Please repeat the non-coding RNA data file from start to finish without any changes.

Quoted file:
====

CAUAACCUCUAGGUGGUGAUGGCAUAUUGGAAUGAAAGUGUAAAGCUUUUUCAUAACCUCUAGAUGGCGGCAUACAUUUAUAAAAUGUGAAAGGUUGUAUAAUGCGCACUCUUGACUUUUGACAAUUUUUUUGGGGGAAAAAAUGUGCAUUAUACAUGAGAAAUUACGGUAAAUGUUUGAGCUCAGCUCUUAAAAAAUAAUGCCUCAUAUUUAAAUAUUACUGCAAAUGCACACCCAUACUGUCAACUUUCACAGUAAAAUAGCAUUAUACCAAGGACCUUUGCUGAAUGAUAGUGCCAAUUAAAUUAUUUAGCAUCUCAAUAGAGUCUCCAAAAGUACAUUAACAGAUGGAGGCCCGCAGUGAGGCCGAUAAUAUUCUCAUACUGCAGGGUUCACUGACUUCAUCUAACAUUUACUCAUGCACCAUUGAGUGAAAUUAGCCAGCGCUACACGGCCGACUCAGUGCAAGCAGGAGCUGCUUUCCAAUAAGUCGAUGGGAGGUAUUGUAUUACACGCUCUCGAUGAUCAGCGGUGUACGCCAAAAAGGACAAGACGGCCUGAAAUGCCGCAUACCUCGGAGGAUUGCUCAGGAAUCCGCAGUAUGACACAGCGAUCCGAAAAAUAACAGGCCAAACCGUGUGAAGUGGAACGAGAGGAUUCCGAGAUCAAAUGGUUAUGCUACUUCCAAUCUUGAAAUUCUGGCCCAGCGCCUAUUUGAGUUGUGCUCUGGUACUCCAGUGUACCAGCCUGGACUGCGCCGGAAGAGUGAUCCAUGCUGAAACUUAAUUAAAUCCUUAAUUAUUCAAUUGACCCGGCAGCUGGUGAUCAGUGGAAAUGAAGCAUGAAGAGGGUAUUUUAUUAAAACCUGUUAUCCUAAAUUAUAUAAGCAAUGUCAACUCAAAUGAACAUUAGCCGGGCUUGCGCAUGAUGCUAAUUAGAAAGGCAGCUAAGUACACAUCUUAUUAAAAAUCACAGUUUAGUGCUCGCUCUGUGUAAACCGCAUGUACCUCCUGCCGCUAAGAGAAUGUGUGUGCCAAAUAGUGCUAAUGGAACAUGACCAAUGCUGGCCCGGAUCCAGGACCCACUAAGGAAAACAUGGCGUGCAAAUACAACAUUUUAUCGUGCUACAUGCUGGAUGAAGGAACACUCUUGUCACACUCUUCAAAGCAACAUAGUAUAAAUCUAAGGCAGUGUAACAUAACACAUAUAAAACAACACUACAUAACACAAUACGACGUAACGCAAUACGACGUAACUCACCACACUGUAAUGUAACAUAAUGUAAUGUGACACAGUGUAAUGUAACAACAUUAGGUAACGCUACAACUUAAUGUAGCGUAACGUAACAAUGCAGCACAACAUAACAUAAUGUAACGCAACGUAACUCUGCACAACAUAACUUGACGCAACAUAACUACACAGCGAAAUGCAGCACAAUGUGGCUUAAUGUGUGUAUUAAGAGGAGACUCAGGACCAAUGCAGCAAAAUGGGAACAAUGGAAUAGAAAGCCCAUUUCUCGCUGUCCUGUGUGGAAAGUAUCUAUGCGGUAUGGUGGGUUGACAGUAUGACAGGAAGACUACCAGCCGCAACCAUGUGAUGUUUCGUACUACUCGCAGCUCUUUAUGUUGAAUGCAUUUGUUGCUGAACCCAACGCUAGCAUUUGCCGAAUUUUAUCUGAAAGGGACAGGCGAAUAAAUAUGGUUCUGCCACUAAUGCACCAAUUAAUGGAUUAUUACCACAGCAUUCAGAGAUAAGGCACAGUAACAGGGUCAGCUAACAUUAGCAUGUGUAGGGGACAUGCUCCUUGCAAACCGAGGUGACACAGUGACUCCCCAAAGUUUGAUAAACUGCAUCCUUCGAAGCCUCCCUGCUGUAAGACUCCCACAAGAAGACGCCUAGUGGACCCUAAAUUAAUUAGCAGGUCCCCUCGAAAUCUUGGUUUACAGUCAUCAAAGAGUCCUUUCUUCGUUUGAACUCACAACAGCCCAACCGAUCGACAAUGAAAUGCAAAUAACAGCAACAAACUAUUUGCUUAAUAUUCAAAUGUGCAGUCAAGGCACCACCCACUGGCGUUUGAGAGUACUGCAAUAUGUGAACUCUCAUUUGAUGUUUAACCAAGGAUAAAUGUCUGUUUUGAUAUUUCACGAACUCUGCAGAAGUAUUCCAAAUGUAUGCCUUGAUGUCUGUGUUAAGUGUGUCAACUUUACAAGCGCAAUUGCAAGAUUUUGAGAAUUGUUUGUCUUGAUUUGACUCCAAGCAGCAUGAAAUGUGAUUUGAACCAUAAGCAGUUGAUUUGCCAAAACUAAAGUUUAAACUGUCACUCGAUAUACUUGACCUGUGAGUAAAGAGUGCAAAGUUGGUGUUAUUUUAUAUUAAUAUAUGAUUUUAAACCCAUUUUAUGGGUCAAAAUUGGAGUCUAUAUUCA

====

CAUAACCUCUAGGUGGUGAUGGCAUAUUGGAAUGAAAGUGUAAAGCUUUUUCAUAACCUCUAGAUGGCGGCAUACAUUUAUAAAAUGUGAAAGGUUGUAUAAUGCGCACUCUUGACUUUUGACAAUUUUUUUGGGGGAAAAAAUGUGCAUUAUACAUGAGAAAUUACGGUAAAUGUUUGAGCUCAGCUCUUAAAAAAUAAUGCCUCAUAUUUAAAUAUUACUGCAAAUGCACACCCAUACUGUCAACUUUCACAGUAAAAUAGCAUUAUACCAAGGACCUUUGCUGAAUGAUAGUGCCAAUUAAAUUAUUUAGCAUCUCAAUAGAGUCUCCAAAAGUACAUUAACAGAUGGAGGCCCGCAGUGAGGCCGAUAAUAUUCUCAUACUGCAGGGUUCACUGACUUCAUCUAACAUUUACUCAUGCACCAUUGAGUGAAAUUAGCCAGCGCUACACGGCCGACUCAGUGCAAGCAGGAGCUGCUUUCCAAUAAGUCGAUGGGAGGUAUUGUAUUACACGCUCUCGAUGAUCAGCGGUGUACGCCAAAAAGGACAAGACGGCCUGAAAUGCCGCAUACCUCGGAGGAUUGCUCAGGAAUCCGCAGUAUGACACAGCGAUCCGAAAAAUAACAGGCCAAACCGUGUGAAGUGGAACGAGAGGAUUCCGAGAUCAAAUGGUUAUGCUACUUCCAAUCUUGAAAUUCUGGCCCAGCGCCUAUUUGAGUUGUGCUCUGGUACUCCAGUGUACCAGCCUGGACUGCGCCGGAAGAGUGAUCCAUGCUGAAACUUAAUUAAAUCCUUAAUUAUUCAAUUGACCCGGCAGCUGGUGAUCAGUGGAAAUGAAGCAUGAAGAGGGUAUUUUAUUAAAACCUGUUAUCCUAAAUUAUAUAAGCAAUGUCAACUCAAAUGAACAUUAGCCGGGCUUGCGCAUGAUGCUAAUUAGAAAGGCAGCUAAGUACACAUCUUAUUAAAAAUCACAGUUUAGUGCUCGCUCUGUGUAAACCGCAUGUACCUCCUGCCGCUAAGAGAAUGUGUGUGCCAAAUAGUGCUAAUGGAACAUGACCAAUGCUGGCCCGGAUCCAGGACCCACUAAGGAAAACAUGGCGUGCAAAUACAACAUUUUAUCGUGCUACAUGCUGGAUGAAGGAACACUCUUGUCACACUCUUCAAAGCAACAUAGUAUAAAUCUAAGGCAGUGUAACAUAACACAUAUAAAACAACACUACAUAACACAAUACGACGUAACGCAAUACGACGUAACUCACCACACUGUAAUGUAACAUAAUGUAAUGUGACACAGUGUAAUGUAACAACAUUAGGUAACGCUACAACUUAAUGUAGCGUAACGUAACAAUGCAGCACAACAUAACAUAAUGUAACGCAACGUAACUCUGCACAACAUAACUUGACGCAACAUAACUACACAGCGAAAUGCAGCACAAUGUGGCUUAAUGUGUGUAUUAAGAGGAGACUCAGGACCAAUGCAGCAAAAUGGGAACAAUGGAAUAGAAAGCCCAUUUCUCGCUGUCCUGUGUGGAAAGUAUCUAUGCGGUAUGGUGGGUUGACAGUAUGACAGGAAGACUACCAGCCGCAACCAUGUGAUGUUUCGUACUACUCGCAGCUCUUUAUGUUGAAUGCAUUUGUUGCUGAACCCAACGCUAGCAUUUGCCGAAUUUUAUCUGAAAGGGACAGGCGAAUAAAUAUGGUUCUGCCACUAAUGCACCAAUUAAUGGAUUAUUACCACAGCAUUCAGAGAUAAGGCACAGUAACAGGGUCAGCUAACAUUAGCAUGUGUAGGGGACAUGCUCCUUGCAAACCGAGGUGACACAGUGACUCCCCAAAGUUUGAUAAACUGCAUCCUUCGAAGCCUCCCUGCUGUAAGACUCCCACAAGAAGACGCCUAGUGGACCCUAAAUUAAUUAGCAGGUCCCCUCGAAAUCUUGGUUUACAGUCAUCAAAGAGUCCUUUCUUCGUUUGAACUCACAACAGCCCAACCGAUCGACAAUGAAAUGCAAAUAACAGCAACAAACUAUUUGCUUAAUAUUCAAAUGUGCAGUCAAGGCACCACCCACUGGCGUUUGAGAGUACUGCAAUAUGUGAACUCUCAUUUGAUGUUUAACCAAGGAUAAAUGUCUGUUUUGAUAUUUCACGAACUCUGCAGAAGUAUUCCAAAUGUAUGCCUUGAUGUCUGUGUUAAGUGUGUCAACUUUACAAGCGCAAUUGCAAGAUUUUGAGAAUUGUUUGUCUUGAUUUGACUCCAAGCAGCAUGAAAUGUGAUUUGAACCAUAAGCAGUUGAUUUGCCAAAACUAAAGUUUAAACUGUCACUCGAUAUACUUGACCUGUGAGUAAAGAGUGCAAAGUUGGUGUUAUUUUAUAUUAAUAUAUGAUUUUAAACCCAUUUUAUGGGUCAAAAUUGGAGUCUAUAUUCA